Drug testing in the Netherlands: Why and how does it work?

If you buy drugs in the Netherlands, be aware that the potency and purity of the drugs you buy here can be very different from the drugs you buy in your own country. In other words; it’s impossible to know how strong (pure) the drugs are. If you are trying drugs for the first time or don’t have much experience, be extra careful. We advise you to take a lower dose than you would take in your home country.

If you are staying in Amsterdam for more than a week, you can get your drugs tested anonymously at the Jellinek or GGD Amsterdam drug testing service. Drugs that you submit are checked on the spot or analysed in a laboratory. Pills can be compared to the pills in our database. About 30 to 50% of the pills can be recognised that way. This means you’ll get the result immediately.

Are you planning to visit our drug checking service? Please look here for our opening hours, adresses and how drug checking works.

History of drug testing in the Netherlands

At the end of the 80’s Stichting Adviesbureau Drugs (SAD) and Jellinek stepped forward as the pioneering organizations of drug checking. They were illegally testing drug samples of consumers. In that time (1987) SAD also started doing reagent testing (also see ‘how does testing work’) combined with health promotion and drug education at parties/events. They did this under the ‘Safe House Campaign’ banner. Reagent testing gave limited information about the drugs content. But it was better than no information at all. Back then, the drug market was not as complicated and diverse compared to now. So given information was generally very useful for the consumer.

The Drug Information Monitoring System (DIMS) was founded in 1992. In February 1999 the minister of health, Els Borst (ministry of public health, welfare and sport) decided to centralize the drug checking and put the coordination of the DIMS program under the Trimbos Institute’s responsibility (Netherlands Institute of mental health and addiction).

The DIMS program further professionalized the drug-checking service in cooperation with another few alcohol and other drugs services (AoD services). Dancefloor testing moved to test locations in offices.


Since 1999, the primary goal of DIMS is not to offer a service to the consumer, but to monitor the Dutch illegal drug market. Based on its observations, action can be taken when an acute public health risk occurs. The possibility for the consumer to know what is in their drug is obviously a useful outcome as well.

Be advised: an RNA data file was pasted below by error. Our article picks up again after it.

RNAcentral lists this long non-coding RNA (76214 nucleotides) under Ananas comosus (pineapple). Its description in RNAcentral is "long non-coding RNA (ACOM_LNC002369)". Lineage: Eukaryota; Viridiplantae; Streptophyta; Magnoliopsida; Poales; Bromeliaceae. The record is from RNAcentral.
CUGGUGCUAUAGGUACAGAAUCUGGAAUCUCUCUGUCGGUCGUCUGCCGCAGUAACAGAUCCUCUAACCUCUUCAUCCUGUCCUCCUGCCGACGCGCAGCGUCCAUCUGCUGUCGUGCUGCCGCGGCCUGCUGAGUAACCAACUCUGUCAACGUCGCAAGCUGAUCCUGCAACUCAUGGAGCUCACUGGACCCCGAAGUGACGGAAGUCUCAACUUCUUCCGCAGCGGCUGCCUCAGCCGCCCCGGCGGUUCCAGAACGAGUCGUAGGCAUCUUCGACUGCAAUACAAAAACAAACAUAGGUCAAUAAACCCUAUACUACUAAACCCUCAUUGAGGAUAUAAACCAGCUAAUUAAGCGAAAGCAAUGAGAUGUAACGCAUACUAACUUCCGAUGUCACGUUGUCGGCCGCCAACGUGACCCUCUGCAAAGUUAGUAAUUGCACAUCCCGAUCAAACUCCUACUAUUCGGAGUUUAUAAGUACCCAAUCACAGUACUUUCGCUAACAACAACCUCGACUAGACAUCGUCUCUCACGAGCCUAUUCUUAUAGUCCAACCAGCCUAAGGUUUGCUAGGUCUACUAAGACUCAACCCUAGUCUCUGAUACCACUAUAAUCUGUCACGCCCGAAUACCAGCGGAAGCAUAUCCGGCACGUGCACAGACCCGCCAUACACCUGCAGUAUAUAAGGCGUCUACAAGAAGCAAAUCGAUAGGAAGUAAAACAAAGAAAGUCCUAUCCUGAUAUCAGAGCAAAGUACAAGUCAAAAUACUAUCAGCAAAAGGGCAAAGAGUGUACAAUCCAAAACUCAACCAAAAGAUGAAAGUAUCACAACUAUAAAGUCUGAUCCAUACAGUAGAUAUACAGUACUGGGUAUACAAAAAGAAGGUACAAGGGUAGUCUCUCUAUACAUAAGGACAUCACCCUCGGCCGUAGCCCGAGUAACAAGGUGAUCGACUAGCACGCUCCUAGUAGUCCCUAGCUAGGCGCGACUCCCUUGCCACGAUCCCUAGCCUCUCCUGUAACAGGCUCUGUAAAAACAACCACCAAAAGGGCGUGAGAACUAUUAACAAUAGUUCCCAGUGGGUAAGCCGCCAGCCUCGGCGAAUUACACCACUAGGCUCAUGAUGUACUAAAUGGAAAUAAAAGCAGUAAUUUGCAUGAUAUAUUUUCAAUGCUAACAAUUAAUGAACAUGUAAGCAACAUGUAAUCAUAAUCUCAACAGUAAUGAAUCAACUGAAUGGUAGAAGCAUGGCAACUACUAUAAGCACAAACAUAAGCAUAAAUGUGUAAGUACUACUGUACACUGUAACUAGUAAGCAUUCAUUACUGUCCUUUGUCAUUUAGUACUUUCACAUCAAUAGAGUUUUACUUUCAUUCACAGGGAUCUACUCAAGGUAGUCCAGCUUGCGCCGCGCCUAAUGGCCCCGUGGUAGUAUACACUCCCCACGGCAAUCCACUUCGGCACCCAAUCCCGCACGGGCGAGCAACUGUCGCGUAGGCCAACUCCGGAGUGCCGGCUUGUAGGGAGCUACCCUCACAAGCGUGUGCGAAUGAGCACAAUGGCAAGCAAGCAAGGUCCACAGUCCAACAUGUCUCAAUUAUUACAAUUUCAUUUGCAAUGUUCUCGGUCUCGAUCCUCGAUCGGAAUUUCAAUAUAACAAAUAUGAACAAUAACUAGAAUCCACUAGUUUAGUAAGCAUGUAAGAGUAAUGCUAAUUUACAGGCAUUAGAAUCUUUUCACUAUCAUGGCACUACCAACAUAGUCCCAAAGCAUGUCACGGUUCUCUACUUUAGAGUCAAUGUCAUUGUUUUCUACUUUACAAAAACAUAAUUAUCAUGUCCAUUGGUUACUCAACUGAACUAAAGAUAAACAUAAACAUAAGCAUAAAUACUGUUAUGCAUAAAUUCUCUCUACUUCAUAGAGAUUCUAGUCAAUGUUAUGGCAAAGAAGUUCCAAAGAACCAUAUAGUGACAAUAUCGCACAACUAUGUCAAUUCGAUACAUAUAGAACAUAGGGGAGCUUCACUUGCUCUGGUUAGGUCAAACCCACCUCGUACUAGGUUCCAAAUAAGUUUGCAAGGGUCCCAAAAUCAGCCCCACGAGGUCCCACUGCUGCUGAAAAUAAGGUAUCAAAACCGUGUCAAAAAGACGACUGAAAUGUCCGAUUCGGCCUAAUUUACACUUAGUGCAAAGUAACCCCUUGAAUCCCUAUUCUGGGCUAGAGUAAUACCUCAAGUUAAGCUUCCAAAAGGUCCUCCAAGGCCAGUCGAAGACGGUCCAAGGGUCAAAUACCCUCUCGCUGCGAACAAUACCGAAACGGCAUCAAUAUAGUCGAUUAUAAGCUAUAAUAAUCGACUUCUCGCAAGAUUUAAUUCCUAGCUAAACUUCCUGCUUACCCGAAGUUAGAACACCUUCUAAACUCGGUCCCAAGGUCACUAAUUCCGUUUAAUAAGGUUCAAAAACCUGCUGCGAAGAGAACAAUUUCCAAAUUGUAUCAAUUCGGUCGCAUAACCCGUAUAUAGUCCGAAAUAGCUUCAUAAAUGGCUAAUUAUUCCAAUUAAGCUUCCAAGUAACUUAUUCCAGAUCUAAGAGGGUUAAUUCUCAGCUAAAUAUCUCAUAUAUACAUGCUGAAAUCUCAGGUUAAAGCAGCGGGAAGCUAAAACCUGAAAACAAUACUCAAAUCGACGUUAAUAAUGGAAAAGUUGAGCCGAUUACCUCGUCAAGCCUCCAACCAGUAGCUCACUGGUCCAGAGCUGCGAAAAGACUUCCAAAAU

Over the years the test service of DIMS has become better known by the general population. An increasing number of people that use drugs access the service. Especially around the public holidays and the festival season. The last couple of years it happened frequently that more drug samples were collected than the laboratory was able to analyze. There is simply not enough funds to send every collected drug sample to the lab. The DIMS program has started researching other methods to analyse drugs since 2016 to accommodate these increased needs (see FTIR section).

Why does the government allow drug checking?

The government recognizes that drug testing offers several (public health) advantages:

Warnings / Red-alerts

In the interest of public health, the government allows drug checking. The DIMS program has the task to monitor the illegal drug market and to inform consumers when potential dangerous situations occur. Warning the public has happened several times in the past. Chances are big that this has saved lives, but this is, of course, difficult to prove. For example: At the end of 2014 a pink superman pill (colour of pil + logo/shape) was found that contained a very high dose of the hazardous substance PMMA. After putting out a warning the drug has not been seen at the drug checking services anymore and has not caused any incidents in the Netherlands, as far as we know. It has however caused several deaths in other European countries.

List of risky pills

Since 2015 the DIMS program publishes a list of extra risky pills on their Red Alert App. This does not mean that other pills don’t have risks, but these are pills you definitely should avoid. Because the DIMS program does not test all drugs that circulate on the market, this list is not complete. So it is important to be aware that other pills that are not on this list may still contain risky contaminants or adulterants.

Education and prevention

The collected drug-samples provide a representation of the types of drugs that are used in the Netherlands and useful information about trends and other developments of the illegal drug market. A clear example of this is the vast increase of the average amount of MDMA in ecstasy tablets in the last few years. Because of this it was clear that more education and attention was needed for ecstasy. Especially the risks linked to the use of high doses of MDMA. On most drug testing sites, you’ll be welcomed by a friendly peer educator from the Unity harm reduction project.

Drug checking in other countries

All drug checking services in the world have united in TEDI. Check our website TEDI – Trans-European Drug Information project (tedinetwork.org)

Versie: januari 2023